1. Money
The History of Engines - How Engines Work
Part 2: A Short History and Timeline of Gas Turbine Engines
 
 The History of Engines
- Part I: How Steam Engines Work
- Part 2: A Short History of Gas Turbine Engines
- Part 3: Understanding the Internal Combustion Engine
Gas Turbine Engines
- Types of Gas Turbine Engines
150 BC - A Greek philosopher and mathematician, Hero, invented a toy (Aeolipile) that rotated on top of a boiling pot of water. This caused a reaction effect of hot air or steam that moved several nozzles arranged on a wheel. This works when one understands the Third Law of Motion - Every action produces a reaction ... equal in force and opposite in direction.
1232 - Chinese began to use rockets as weapons. The invention of gun powder uses the reaction principle to move rockets foward.
1500 - Leonardo da Vinci drew a sketch of a device, the chimney jack, that rotated due to the effect of hot gases flowing up a chimney. It looked like a device that used hot air to rotate a spit. The hot air came from the fire and rose upward to pass through a series of fan like blades that turned the roasting spit.
1629 - Giovanni Branca developed a stamping mill, that used jets of steam to rotate a turbine that then rotated to operate machinery.
1678 - Ferdinand Verbiest built a model carriage that used a steam jet for power.
1687 - Sir Isaac Newton announces the three laws of motion. These form the basis for modern propulsion theory.
1791 - John Barber received the first patent for a basic turbine engine. His design was planned to use as a method of propelling the 'horseless carriage.' The turbine was designed with a chain-driven, reciprocating type of compressor. It has a compressor, a combustion chamber, and a turbine.
1872 - Dr. F. Stolze designed the first true gas turbine engine. His engine used a multistage turbine section and a flow compressor. This engine never ran under its own power.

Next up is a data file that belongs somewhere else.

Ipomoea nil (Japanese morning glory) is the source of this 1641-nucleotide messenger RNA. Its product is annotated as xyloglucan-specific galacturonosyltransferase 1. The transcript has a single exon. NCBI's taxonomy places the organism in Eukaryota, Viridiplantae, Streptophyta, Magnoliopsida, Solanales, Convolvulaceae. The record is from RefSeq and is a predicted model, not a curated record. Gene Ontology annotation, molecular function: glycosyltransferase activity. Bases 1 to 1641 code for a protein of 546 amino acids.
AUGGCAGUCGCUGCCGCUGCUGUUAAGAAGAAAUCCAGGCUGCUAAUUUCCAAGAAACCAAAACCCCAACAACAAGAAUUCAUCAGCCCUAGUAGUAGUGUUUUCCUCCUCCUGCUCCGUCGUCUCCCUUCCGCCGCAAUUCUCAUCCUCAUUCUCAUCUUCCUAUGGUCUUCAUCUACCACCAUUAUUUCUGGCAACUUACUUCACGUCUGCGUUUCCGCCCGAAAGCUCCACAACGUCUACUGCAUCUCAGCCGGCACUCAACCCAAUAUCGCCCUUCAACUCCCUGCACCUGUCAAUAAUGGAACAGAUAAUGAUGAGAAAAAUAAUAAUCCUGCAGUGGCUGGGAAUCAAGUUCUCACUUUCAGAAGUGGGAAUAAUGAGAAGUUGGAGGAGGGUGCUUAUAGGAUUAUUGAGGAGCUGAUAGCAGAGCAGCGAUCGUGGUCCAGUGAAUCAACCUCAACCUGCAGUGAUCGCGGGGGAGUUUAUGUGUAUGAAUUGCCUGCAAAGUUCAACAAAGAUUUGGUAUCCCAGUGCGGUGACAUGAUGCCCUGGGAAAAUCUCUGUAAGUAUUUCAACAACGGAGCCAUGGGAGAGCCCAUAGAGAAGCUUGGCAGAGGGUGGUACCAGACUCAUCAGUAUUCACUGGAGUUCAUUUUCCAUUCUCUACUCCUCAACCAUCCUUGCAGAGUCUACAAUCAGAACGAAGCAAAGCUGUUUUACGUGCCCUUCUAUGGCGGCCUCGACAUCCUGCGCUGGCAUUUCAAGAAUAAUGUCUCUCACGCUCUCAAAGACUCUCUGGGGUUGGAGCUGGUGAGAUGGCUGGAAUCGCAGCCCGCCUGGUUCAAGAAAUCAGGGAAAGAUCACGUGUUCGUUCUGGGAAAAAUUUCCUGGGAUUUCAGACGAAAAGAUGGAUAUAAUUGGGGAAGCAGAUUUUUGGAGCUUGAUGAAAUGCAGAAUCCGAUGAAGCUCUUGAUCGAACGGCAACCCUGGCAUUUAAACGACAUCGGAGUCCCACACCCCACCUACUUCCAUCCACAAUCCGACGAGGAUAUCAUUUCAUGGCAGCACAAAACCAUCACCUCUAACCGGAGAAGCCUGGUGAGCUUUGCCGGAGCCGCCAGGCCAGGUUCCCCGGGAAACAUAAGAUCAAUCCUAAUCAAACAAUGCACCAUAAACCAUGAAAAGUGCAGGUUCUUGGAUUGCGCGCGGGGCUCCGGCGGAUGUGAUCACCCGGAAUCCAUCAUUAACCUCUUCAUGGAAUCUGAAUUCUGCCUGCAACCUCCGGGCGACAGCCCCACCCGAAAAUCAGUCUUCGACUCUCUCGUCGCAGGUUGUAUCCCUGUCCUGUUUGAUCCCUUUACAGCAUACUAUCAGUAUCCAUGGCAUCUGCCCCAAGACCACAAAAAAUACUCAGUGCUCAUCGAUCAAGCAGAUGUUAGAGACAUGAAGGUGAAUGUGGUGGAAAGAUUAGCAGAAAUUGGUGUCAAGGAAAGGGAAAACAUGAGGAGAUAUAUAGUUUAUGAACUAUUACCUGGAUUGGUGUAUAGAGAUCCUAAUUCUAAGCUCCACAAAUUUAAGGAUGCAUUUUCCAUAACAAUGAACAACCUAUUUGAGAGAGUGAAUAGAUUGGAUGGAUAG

1903 - Aegidius Elling of Norway built the first successful gas turbine using both rotary compressors and turbines - the first gas turbine with excess power.
1897 - Sir Charles Parson patented a steam turbine which was used to power a ship.
1914 - Charles Curtis filed the first application for a gas turbine engine.
1918 - General Electric company started a gas turbine division. Dr. Stanford A. Moss developed the GE turbosupercharger engine during W.W.I. It used hot exhaust gases from a reciprocating engine to drive a turbine wheel that in turn drove a centrifugal compressor used for supercharging.
1920 - Dr. A. A. Griffith developed a theory of turbine design based on gas flow past airfoils rather than through passages.
1930 - Sir Frank Whittle in England patented a design for a gas turbine for jet propulsion. The first successful use of this engine was in April, 1937. His early work on the theory of gas propulsion was based on the contributions of most of the earlier pioneers of this field.

The specifications of the first jet engine were:

Airflow = 25 lb/s
Fuel Consumption = 200 gal/hr or 1300 lb/hr
Thrust = 1000 lb
Specific Fuel consumption = 1.3 lb/hr/lb
1936 - At the same time as Frank Whittle was working in Great Britain, Hans von Ohian and Max Hahn, students in Germany developed and patented their own engine design.
1939 (August) - The aircraft company Ernst Heinkel Aircraft flew the first flight of a gas turbine jet, the HE178.
1941 - Sir Frank Whittle designed the first successful turbojet airplane, the Gloster Meteor, flown over Great Britain. Whittle improved his jet engine during the war, and in 1942 he shipped an engine prototype to General Electric in the United States. America's first jet plane was built the following year.
1942 - Dr. Franz Anslem developed the axial-flow turbojet, Junkers Jumo 004, used in the Messerschmitt Me 262, the world's first operational jet fighter.
After W.W.II, the development of jet engines was directed by a number of commercial companies. Jet engines soon became the most popular method of powering airplanes.

Next page > Understanding the Internal Combustion Engine

Subscribe to the Newsletter
Name
Email


 
You can opt-out at any time. Please refer to our privacy policy for contact information.

©2014 About.com. All rights reserved.